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Illegal dumping complaints to Kilkenny County Council rose by 25% in 2020

It's as many people have been coming across a range of discarded items

Dumping complaints to Kilkenny County Council has risen by a quarter year-on-year.

KCLR’s been contacted by so many people outlining a range of items they’ve found in their respective areas – yesterday alone one woman came across pots, pans, a kettle, toaster, bag of rubbish and eight cooking oil buckets in a ditch and field close to her Paulstown home. (More on that here).

The Environment section of the local authority’s told KCLR News they too have noticed a jump in such issues with complaints since March 2020 up 25% on 2019’s.

And it seems that trend’s continuing with the council’s Acting Senior Engineer Frank Stafford telling us “We’ve received over 1,300 complaints this year and of that 56% would relate to illegal dumping and littering so I’d make a plea to the public to dispose of their waste in the appropriate manner, it’s not fair to be discarding waste illegally in our, sometimes our most scenic areas throughout our county and, you know, expecting other people to clean it up”.

He adds “It’s a risk at the moment, especially with Covid and all that entails in terms of cross-contamination to people, people are reluctant to go in and clean it and of course our staff are being put at risk when they have to go in and clean up these sites so I would really appeal to the public to continue to report it, don’t interfere with the waste because we want our enforcement officers to actually go through the bags to try and find evidence””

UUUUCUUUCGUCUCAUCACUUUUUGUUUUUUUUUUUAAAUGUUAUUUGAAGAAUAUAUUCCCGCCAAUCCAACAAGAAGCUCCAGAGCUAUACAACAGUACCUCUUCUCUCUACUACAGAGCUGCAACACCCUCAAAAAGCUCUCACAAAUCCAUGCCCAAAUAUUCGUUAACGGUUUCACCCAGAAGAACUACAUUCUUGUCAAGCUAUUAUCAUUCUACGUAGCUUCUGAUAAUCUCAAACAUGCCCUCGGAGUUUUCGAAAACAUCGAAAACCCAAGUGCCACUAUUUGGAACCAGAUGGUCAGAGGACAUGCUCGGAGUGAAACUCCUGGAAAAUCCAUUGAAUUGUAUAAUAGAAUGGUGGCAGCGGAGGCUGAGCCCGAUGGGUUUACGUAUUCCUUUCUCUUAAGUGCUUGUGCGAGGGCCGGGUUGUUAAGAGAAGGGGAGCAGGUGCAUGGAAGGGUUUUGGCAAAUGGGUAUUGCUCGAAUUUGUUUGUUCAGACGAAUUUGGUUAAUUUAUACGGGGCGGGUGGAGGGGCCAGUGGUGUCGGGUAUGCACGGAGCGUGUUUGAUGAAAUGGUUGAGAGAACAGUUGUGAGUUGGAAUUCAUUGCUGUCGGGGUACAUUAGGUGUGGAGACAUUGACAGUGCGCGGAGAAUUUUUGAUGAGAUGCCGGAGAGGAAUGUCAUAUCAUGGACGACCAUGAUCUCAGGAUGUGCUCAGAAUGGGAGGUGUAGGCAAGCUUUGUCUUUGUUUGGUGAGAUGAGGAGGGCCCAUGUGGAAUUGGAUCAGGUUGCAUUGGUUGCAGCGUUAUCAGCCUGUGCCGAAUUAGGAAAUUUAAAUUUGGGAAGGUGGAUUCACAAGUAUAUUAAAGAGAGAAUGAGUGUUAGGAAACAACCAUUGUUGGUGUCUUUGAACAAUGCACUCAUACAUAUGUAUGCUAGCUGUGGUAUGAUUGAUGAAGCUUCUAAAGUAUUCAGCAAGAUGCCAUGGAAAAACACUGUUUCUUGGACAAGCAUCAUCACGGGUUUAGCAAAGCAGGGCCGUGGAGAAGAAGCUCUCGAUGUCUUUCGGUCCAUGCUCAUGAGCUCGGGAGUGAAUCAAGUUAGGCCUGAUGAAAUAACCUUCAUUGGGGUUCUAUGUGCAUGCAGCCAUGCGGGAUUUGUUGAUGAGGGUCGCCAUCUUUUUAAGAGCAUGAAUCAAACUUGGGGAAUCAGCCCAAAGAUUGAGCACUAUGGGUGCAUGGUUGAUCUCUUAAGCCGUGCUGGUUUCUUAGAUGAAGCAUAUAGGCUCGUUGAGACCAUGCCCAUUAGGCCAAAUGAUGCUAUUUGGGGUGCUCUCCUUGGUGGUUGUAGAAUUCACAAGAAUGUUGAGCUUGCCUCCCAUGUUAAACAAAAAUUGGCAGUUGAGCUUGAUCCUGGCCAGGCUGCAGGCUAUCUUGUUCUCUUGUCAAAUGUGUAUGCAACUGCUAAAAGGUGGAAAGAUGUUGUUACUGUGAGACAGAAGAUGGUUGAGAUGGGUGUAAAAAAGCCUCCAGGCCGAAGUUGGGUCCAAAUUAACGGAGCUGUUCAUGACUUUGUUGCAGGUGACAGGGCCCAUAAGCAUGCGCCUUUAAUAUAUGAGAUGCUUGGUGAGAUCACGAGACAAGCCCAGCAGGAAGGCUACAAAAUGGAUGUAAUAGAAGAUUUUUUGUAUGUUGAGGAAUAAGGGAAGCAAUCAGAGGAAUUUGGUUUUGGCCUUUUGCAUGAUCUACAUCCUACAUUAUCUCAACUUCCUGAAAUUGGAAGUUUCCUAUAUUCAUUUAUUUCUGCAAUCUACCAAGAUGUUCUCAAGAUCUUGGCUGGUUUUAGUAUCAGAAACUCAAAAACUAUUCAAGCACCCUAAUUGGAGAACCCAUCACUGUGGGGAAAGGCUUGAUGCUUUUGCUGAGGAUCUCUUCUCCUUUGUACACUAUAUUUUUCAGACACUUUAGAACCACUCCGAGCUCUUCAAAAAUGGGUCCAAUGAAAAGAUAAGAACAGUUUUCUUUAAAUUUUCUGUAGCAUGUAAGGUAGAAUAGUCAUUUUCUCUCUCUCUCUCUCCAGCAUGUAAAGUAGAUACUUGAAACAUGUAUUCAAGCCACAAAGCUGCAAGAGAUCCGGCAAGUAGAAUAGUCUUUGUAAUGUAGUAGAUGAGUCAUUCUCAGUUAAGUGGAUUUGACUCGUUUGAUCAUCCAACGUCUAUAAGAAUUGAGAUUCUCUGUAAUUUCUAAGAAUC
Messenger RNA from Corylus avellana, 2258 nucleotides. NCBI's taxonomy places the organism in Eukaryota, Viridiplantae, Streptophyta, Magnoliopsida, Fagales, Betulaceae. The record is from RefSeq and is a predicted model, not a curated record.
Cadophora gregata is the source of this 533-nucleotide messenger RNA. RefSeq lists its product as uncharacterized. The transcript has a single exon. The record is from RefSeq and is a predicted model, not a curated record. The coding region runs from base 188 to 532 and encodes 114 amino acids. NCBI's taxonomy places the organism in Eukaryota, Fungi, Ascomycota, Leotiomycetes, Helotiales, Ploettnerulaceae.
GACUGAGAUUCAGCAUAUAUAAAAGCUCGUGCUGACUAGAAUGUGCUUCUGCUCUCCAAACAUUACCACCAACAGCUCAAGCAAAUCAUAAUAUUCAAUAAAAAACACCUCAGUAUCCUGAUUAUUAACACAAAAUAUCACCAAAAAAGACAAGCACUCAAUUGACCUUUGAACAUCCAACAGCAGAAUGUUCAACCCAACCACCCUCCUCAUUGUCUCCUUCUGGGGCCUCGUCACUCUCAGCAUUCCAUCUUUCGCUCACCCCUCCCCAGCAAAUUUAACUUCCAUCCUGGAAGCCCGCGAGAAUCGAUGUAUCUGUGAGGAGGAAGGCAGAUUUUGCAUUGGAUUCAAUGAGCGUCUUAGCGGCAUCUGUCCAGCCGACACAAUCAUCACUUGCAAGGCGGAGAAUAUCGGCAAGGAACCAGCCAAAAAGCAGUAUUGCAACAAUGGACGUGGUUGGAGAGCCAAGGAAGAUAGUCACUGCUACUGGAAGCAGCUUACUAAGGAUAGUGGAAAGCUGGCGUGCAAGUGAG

Mr Stafford is warning that all’s being done to catch culprits, noting “We’ve had huge success in 2020, we had issued over 223 fines, 150 euro fines, our enforcement officers are very active despite the restrictions that are in place and we’ll continue to do that I mean it’s in the interested of everybody living in the county and indeed the country, we’re appealing to people to be respectful not just of their friends, their neighbours, their family, their friends, this is a risk to everyone, it’s an environmental hazard”.

Dog Fouling

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With an increase in the numbers of people taking to walking for exercise and fresh air, there’s been a rise too in many bringing their dogs with them and this has also seen a jump in the number of complaints on dog fouling.

Frank Stafford outlines “There’s health risks associated with leaving dog faeces behind irrespective of the inconvenience and the awfulness of having to remove it from your shoe or pram but children could put their hands on it and there’s very serious health risks and implications associated with that so again I’d appeal to people to bring their dog poo bags with them, collect their waste and use the bins appropriately and our policy is any bin anywhere so again just really put that appeal out to the public because we’re seeing the increase in the number of complaints in respect of dog fouling so it’s just to be respectful of your fellow citizens”.

He also says it’s a hard issue to police, telling KCLR News “Enforcement is difficult, especially during the lockdown because we’re trying to minimise interaction with people now we have our dog wardens out patrolling key locations around the city and county so they would be taking regular patrols and just interacting with people while retaining social distancing to ensure that they are looking after the proper I suppose husbandry of their animals when they’re bringing them for walks, it’s is difficult but it’s something we’re looking at more intensively in order to carry out enforcement”.